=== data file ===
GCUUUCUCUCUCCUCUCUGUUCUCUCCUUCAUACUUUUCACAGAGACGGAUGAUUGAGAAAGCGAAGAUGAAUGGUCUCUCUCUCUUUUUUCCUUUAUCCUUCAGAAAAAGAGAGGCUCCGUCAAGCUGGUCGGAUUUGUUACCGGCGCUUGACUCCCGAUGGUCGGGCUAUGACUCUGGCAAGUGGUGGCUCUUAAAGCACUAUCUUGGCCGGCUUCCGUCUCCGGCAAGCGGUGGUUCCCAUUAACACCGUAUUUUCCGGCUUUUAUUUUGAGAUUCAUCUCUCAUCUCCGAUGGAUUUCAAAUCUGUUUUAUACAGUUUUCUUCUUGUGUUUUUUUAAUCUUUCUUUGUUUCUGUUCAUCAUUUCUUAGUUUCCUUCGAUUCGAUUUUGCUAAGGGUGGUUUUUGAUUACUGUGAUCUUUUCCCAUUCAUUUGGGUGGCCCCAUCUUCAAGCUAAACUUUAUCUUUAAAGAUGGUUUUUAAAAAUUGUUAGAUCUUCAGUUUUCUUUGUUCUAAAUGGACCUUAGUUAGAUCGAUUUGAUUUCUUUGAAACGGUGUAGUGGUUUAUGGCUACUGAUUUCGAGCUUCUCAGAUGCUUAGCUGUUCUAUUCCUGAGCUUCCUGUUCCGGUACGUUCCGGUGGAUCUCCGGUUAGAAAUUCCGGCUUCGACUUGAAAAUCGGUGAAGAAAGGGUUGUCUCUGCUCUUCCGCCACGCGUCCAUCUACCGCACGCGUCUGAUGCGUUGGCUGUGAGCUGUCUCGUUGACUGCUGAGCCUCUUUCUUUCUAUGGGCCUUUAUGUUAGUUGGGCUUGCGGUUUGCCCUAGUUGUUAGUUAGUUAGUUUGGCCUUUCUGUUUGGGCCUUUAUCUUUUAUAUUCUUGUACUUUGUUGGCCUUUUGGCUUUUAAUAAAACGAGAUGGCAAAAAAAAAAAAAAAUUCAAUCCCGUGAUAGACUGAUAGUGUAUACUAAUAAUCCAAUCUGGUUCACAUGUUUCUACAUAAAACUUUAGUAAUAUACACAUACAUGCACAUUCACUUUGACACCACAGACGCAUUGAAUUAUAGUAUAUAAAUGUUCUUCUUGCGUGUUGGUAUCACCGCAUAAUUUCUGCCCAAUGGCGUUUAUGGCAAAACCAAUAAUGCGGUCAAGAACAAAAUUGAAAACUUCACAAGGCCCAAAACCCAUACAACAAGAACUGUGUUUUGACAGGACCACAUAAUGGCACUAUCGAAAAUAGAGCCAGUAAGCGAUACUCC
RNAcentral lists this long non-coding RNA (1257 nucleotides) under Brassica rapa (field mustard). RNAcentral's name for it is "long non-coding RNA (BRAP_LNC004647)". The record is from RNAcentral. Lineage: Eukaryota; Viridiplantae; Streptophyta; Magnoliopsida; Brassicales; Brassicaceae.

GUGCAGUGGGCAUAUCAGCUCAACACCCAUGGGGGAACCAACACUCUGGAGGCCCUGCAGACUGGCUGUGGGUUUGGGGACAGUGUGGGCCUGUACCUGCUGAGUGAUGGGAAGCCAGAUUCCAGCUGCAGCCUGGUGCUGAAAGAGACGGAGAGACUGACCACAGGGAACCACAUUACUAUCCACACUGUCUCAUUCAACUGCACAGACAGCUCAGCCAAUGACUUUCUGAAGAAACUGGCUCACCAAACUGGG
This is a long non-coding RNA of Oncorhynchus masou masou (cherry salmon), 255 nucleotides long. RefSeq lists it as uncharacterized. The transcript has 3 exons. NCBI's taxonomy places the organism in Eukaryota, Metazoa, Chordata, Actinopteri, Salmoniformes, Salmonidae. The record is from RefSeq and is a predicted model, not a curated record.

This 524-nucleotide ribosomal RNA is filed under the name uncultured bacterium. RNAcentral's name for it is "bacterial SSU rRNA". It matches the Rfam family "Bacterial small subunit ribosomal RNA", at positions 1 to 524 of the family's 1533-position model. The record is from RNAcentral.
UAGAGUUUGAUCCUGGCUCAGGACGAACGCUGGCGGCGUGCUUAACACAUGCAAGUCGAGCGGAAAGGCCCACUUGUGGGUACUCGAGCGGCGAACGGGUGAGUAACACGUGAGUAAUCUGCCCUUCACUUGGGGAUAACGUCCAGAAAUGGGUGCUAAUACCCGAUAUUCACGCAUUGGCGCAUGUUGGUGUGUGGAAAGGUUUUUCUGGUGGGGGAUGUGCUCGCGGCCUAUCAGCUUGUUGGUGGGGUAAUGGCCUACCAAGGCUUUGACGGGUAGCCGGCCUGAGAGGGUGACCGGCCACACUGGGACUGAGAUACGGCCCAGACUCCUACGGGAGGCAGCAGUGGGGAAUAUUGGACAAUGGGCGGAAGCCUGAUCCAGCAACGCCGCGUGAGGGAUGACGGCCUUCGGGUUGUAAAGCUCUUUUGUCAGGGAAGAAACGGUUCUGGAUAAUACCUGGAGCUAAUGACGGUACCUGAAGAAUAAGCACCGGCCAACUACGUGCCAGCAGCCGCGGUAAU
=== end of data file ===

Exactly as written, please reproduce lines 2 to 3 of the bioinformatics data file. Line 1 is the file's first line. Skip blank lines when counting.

RNAcentral lists this long non-coding RNA (1257 nucleotides) under Brassica rapa (field mustard). RNAcentral's name for it is "long non-coding RNA (BRAP_LNC004647)". The record is from RNAcentral. Lineage: Eukaryota; Viridiplantae; Streptophyta; Magnoliopsida; Brassicales; Brassicaceae.

GUGCAGUGGGCAUAUCAGCUCAACACCCAUGGGGGAACCAACACUCUGGAGGCCCUGCAGACUGGCUGUGGGUUUGGGGACAGUGUGGGCCUGUACCUGCUGAGUGAUGGGAAGCCAGAUUCCAGCUGCAGCCUGGUGCUGAAAGAGACGGAGAGACUGACCACAGGGAACCACAUUACUAUCCACACUGUCUCAUUCAACUGCACAGACAGCUCAGCCAAUGACUUUCUGAAGAAACUGGCUCACCAAACUGGG